Receive our most important stories in your inbox every morning.
The musical group, which was formed in 2004, gets its name from a 17th century style of song for voice and instrumental accompaniment that recreates stories from literary and musical pieces of the time in the state of Puebla, Mexico.
Since it’s inception, the group has been traveling across Mexico, performing in churches, at festivals, and in museums. They’ve performed at the renowned Mexico City institutions such as the Basilica of Our Lady of Guadalupe, the Festival Cultural de Zacatecas, and the Palacio de Bellas Artes. They also recorded the soundtrack to La Leyenda de la Nahuala, a Mexican animated film set in Puebla at the turn of the 19th century. In 2010, the group traveled to Italy to perform at the Castello del Buonconsiglio and the Abbey of San Lorenzo.
During a tour through its home state of Puebla, the group made a special effort to visit remote and marginalized communities. Puebla’s capital city of the same name is one of the most industrialized in Mexico, but that wealth hasn’t spread to other areas in the state, thus creating an economic gap and a lack of investment in Puebla’s rural areas. As a result, the state has the third highest level of poverty in Mexico.
Although Los Tonos Humanos’ music employs a style of brevity, the songs tell the Puebla stories with beauty and complexity. The instruments, which are not available commercially, are replicas of those that were used during the 17th century.
Instituto Cultural de México Director Mónica del Arenal told the Rivard Report Wednesday that Puebla is a lesser known part of Mexico that is beginning to receive recognition.
“We always think of Mariachi when it comes to Mexican music,” del Arenal said. “But we also have performances of early music. We have a period of 17th and 18th century baroque music that is different from Spain’s. This viceroyalty period in Mexico produced very beautiful, distinctive music.”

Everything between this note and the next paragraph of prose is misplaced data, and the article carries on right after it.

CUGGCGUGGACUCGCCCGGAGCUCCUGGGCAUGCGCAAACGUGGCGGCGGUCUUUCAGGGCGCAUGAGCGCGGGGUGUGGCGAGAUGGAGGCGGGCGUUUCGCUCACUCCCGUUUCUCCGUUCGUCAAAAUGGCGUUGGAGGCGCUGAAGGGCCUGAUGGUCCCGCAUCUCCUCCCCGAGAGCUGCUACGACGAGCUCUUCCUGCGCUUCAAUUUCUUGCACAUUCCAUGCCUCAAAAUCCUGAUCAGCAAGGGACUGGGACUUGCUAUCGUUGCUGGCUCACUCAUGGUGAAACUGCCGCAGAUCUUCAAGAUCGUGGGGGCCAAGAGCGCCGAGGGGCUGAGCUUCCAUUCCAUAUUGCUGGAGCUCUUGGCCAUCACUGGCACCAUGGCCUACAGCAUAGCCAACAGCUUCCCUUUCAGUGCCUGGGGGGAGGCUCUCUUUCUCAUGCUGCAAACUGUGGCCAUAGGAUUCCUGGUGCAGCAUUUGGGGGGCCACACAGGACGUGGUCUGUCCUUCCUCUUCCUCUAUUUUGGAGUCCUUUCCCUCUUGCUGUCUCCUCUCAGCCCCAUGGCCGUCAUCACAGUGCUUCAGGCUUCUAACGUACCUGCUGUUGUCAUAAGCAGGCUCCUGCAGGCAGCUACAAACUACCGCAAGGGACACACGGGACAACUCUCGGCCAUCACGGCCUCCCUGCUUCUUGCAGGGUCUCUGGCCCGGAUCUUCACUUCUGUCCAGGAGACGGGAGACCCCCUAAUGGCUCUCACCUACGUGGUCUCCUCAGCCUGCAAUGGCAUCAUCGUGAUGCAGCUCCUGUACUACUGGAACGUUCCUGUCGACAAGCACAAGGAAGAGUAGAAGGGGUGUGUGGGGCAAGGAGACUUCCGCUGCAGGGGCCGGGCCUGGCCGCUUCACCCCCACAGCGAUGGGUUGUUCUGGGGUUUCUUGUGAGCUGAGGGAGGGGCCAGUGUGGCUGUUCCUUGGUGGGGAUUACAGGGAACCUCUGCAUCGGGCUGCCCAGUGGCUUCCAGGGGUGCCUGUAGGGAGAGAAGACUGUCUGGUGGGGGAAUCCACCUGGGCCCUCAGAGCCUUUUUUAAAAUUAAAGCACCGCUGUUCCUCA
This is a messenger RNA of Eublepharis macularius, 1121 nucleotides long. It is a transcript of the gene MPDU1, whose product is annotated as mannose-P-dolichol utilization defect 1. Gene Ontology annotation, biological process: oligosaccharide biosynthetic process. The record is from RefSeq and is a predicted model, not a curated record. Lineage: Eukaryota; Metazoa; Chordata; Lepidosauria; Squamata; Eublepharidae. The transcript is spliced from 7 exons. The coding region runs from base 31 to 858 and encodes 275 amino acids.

The theme for the music program is “Sacred and Profane” and features both religious and non-religious music, del Arenal explained.
“This is why we are having the program at Mission Concepción,” she said. “That is also from the 18th century, so they go together. And what better place for this kind of recreation than at (SA Museum of Art)?”
Los Tonos Humanos – comprised of Manuel Mejía, Elisa Ávalos, and Omar Ruiz García – is touring around Texas and will perform in Dallas and Austin before coming to San Antonio, a visit organized by the Instituto Cultural de México in conjunction with the Consulate of Mexico in San Antonio and the Mexican Agency for International Development Cooperation, part of the Mexican Ministry for Foreign Affairs.
Del Arenal said that Los Tonos Humanos’ performances are the first programs in a push to show the San Antonio community different phases of Mexican culture. The Instituto Cultural is organizing more performances that highlight lesser-known aspects of the culture, she added.
Both of Los Tonos Humanos’ performances at the SA Museum of Art and Mission Concepción are from 7-8 p.m. The shows are free and open to the public, but space is limited.
Top image: Manuel Mejía, Elisa Ávalos, and Omar Ruiz García of Los Tonos Humanos. Photo by Fernando Aceves.